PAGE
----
My Lady's Money
THE next day, Mr. Troy (taking Robert Moody with him as a valuable witness)
rang the bell at the mean and dirty lodging-house in which Old Sharon received
the clients who stood in need of his advice.
They were led up stairs to a back room on the second floor of the house.
Entering the room, they discovered through a thick cloud of tobacco smoke, a
small, fat, bald-headed, dirty, old man, in an arm-chair, robed in a tattered flannel
dressing-gown, with a short pipe in his mouth, a pug-dog on his lap, and a
French novel in his hands.
"Is it business?" asked Old Sharon, speaking in a hoarse, asthmatical voice, and
fixing a pair of bright, shameless, black eyes attentively on the two visitors.
"It is business," Mr. Troy answered, looking at the old rogue who had disgraced
an honorable profession, as he might have looked at a reptile which had just
risen rampant at his feet. "What is your fee for a consultation?"
"You give me a guinea, and I'll give you half an hour." With this reply Old Sharon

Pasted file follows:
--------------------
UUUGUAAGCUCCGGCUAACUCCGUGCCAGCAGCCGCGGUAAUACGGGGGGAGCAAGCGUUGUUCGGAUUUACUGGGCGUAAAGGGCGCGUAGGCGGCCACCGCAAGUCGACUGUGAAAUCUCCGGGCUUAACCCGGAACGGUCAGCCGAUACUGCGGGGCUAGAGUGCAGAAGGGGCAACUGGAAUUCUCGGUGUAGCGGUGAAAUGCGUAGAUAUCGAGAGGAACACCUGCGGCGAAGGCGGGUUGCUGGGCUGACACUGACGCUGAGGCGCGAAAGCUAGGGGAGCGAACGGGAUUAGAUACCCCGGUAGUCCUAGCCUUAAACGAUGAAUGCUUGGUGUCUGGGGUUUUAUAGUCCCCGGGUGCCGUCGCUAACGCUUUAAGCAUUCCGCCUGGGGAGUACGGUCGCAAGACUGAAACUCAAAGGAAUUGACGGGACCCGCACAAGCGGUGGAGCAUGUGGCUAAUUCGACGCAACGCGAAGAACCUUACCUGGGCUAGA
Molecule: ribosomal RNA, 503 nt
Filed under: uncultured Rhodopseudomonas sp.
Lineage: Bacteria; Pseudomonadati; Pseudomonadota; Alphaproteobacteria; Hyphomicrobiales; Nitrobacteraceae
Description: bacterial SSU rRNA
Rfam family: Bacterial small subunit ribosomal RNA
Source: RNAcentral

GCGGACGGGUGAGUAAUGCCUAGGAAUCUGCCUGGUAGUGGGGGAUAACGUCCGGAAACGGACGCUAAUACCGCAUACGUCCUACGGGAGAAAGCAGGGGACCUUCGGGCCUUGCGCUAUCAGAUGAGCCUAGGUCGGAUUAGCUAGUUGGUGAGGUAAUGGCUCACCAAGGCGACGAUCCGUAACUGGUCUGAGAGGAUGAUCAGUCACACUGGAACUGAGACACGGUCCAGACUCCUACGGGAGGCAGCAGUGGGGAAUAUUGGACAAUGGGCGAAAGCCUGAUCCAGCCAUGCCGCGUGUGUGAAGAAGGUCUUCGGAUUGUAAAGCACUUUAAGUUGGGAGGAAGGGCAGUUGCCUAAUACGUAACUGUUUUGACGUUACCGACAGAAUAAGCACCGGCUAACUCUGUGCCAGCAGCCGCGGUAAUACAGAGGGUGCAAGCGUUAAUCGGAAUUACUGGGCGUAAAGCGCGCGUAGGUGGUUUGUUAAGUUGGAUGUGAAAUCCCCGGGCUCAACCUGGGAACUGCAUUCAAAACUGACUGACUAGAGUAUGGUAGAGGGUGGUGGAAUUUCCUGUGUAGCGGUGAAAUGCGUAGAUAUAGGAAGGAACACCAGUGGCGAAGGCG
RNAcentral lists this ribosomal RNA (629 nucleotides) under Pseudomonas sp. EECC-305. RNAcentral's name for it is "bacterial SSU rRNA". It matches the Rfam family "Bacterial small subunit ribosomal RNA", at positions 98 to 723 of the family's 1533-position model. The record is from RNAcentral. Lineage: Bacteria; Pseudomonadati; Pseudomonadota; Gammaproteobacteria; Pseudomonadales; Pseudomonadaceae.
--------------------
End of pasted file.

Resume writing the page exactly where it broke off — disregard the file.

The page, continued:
held out his unwashed hand across the rickety ink-splashed table at which he
Mr. Troy would not have touched him with the tips of his own fingers for a
thousand pounds. He laid the guinea on the table.
Old Sharon burst into a fierce laugh--a laugh strangely accompanied by a
frowning contraction of his eyebrows, and a frightful exhibition of the whole inside
of his mouth. "I'm not clean enough for you--eh?" he said, with an appearance of
being very much amused. "There's a dirty old man described in this book that is a
little like me." He held up his French novel. "Have you read it? A capital story--